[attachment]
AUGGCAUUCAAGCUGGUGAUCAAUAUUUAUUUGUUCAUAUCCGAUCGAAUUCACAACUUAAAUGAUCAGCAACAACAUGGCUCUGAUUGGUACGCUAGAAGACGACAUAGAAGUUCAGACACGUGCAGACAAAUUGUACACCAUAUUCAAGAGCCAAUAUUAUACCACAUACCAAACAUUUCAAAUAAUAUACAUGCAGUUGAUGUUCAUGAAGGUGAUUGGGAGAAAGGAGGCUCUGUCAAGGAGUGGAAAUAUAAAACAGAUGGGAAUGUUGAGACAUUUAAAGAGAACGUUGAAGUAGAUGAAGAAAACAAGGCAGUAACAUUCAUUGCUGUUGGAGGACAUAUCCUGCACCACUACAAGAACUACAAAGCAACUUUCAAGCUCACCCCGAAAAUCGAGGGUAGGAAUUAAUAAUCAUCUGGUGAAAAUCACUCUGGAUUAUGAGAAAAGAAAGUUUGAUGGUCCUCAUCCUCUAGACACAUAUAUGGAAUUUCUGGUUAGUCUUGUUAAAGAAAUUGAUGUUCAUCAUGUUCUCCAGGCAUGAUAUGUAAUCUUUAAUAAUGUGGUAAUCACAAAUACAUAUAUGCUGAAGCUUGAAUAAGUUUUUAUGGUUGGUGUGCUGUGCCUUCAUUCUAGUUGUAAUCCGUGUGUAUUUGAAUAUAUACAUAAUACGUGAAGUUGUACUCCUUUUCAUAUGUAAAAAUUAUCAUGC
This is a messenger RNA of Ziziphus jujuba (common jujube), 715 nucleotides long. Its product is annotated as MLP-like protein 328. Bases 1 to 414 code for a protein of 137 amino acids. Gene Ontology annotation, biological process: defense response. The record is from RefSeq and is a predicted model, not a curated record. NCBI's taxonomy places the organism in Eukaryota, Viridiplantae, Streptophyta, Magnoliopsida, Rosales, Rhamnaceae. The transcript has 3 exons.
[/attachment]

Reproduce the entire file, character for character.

AUGGCAUUCAAGCUGGUGAUCAAUAUUUAUUUGUUCAUAUCCGAUCGAAUUCACAACUUAAAUGAUCAGCAACAACAUGGCUCUGAUUGGUACGCUAGAAGACGACAUAGAAGUUCAGACACGUGCAGACAAAUUGUACACCAUAUUCAAGAGCCAAUAUUAUACCACAUACCAAACAUUUCAAAUAAUAUACAUGCAGUUGAUGUUCAUGAAGGUGAUUGGGAGAAAGGAGGCUCUGUCAAGGAGUGGAAAUAUAAAACAGAUGGGAAUGUUGAGACAUUUAAAGAGAACGUUGAAGUAGAUGAAGAAAACAAGGCAGUAACAUUCAUUGCUGUUGGAGGACAUAUCCUGCACCACUACAAGAACUACAAAGCAACUUUCAAGCUCACCCCGAAAAUCGAGGGUAGGAAUUAAUAAUCAUCUGGUGAAAAUCACUCUGGAUUAUGAGAAAAGAAAGUUUGAUGGUCCUCAUCCUCUAGACACAUAUAUGGAAUUUCUGGUUAGUCUUGUUAAAGAAAUUGAUGUUCAUCAUGUUCUCCAGGCAUGAUAUGUAAUCUUUAAUAAUGUGGUAAUCACAAAUACAUAUAUGCUGAAGCUUGAAUAAGUUUUUAUGGUUGGUGUGCUGUGCCUUCAUUCUAGUUGUAAUCCGUGUGUAUUUGAAUAUAUACAUAAUACGUGAAGUUGUACUCCUUUUCAUAUGUAAAAAUUAUCAUGC
This is a messenger RNA of Ziziphus jujuba (common jujube), 715 nucleotides long. Its product is annotated as MLP-like protein 328. Bases 1 to 414 code for a protein of 137 amino acids. Gene Ontology annotation, biological process: defense response. The record is from RefSeq and is a predicted model, not a curated record. NCBI's taxonomy places the organism in Eukaryota, Viridiplantae, Streptophyta, Magnoliopsida, Rosales, Rhamnaceae. The transcript has 3 exons.